At Congregation Shaarei Torah, worshipers were celebrating a bar mitzvah when they heard police cars speed past the building. By the time Rabbi Daniel Wasserman heard the third police car, he knew something serious was happening. After Shabbat ended, he waited at Tree of Life along with members of the Orthodox chevra kadisha (burial society) of which he is a leader, to ensure that the bodies of the victims would be dealt with in accordance with Jewish law. Since early Sunday morning, the bodies have been accompanied by members of the group. Though the group has never dealt with an incident of this scale, Wasserman is confident it can care for the bodies with honor. “Whatever we’re called to do, we’ll do,” he said.
Return to normality
As the community looks ahead to the days, weeks and months after the funerals and shivas end, and after the glare of the national media fades, the question of security weighs heavily on the minds of rabbis and community leaders.
“I’m sorry to say that every house of worship right now — churches, mosques, Sikh temples, Hindu temples — everyone has to be looking at how do we make it harder for this kind of thing to happen,” said Rabbi Seth Adelson of Beth Shalom Congregation, a large Conservative synagogue in Squirrel Hill. “In every synagogue in Europe, there are multiple armed guards. I don’t want that to be the case, I want our doors to be open, I want us to welcome people.”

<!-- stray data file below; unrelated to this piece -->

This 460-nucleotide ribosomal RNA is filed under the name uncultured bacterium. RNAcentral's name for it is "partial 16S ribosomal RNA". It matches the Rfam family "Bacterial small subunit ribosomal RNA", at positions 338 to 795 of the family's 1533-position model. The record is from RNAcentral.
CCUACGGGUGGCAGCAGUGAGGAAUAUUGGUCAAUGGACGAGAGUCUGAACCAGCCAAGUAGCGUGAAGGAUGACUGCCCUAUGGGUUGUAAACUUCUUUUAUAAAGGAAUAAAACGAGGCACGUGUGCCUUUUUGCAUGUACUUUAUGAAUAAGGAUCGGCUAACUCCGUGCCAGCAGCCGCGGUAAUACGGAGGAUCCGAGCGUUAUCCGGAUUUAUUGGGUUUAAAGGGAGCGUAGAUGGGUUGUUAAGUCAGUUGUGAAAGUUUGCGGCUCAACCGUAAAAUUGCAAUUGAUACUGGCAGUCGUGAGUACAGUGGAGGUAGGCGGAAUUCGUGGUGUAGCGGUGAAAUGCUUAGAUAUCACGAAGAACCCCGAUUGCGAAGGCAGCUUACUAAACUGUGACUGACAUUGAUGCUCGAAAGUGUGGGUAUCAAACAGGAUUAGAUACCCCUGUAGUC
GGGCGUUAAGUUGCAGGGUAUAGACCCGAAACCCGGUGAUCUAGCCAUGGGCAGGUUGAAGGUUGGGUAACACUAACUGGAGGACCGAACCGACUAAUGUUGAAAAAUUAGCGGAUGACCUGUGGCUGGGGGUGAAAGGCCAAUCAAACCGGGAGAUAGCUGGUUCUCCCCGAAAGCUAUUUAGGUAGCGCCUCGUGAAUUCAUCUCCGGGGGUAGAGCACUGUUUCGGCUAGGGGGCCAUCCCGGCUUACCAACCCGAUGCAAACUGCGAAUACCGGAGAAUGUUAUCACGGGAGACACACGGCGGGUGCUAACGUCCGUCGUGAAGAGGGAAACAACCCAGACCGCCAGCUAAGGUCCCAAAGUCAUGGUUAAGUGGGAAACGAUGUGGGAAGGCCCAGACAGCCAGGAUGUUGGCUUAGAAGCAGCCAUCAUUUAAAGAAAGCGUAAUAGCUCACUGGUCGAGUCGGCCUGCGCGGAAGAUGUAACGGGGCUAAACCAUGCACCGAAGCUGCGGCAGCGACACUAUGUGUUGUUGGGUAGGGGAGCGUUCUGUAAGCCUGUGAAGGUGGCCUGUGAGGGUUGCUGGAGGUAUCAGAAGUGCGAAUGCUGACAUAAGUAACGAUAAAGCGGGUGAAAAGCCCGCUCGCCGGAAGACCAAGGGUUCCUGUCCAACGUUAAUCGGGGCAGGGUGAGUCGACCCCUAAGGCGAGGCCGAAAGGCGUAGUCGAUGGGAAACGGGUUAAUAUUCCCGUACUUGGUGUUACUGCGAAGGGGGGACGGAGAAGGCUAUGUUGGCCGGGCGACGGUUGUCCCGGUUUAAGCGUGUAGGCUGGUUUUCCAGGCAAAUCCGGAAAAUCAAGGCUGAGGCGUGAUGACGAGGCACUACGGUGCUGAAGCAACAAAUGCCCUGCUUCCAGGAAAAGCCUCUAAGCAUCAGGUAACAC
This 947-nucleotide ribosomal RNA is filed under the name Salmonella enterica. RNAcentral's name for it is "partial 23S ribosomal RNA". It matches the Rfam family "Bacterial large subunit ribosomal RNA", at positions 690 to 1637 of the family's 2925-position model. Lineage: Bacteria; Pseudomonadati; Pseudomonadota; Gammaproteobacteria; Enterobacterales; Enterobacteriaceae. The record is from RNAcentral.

Still, he said, people needed to be “realistic” about security. “That’s pikuach nefesh, that’s saving a life.”
After the final funeral, scheduled for Friday, congregants from Tree of Life, New Light and Dor Hadash, who worshiped in the same synagogue, will likely join with Beth Shalom for services this Shabbat, as the Tree of Life building remains closed while police continue to process evidence. Congregants from the three congregations have joined Beth Shalom for packed weekday morning and evening services this week, where Rabbi Adelson led the room in psalms and a communal Kaddish.
“People are looking right now for some kind of connection, they want to know that they’re with their community. … People need the framework, they need the structure; that’s exactly what our tradition is for,” said Rabbi Adelson. “We live fairly comfortable lives today and the lives of our ancestors were much harder. … Death was much more present and so the structure of our liturgy is really helpful.”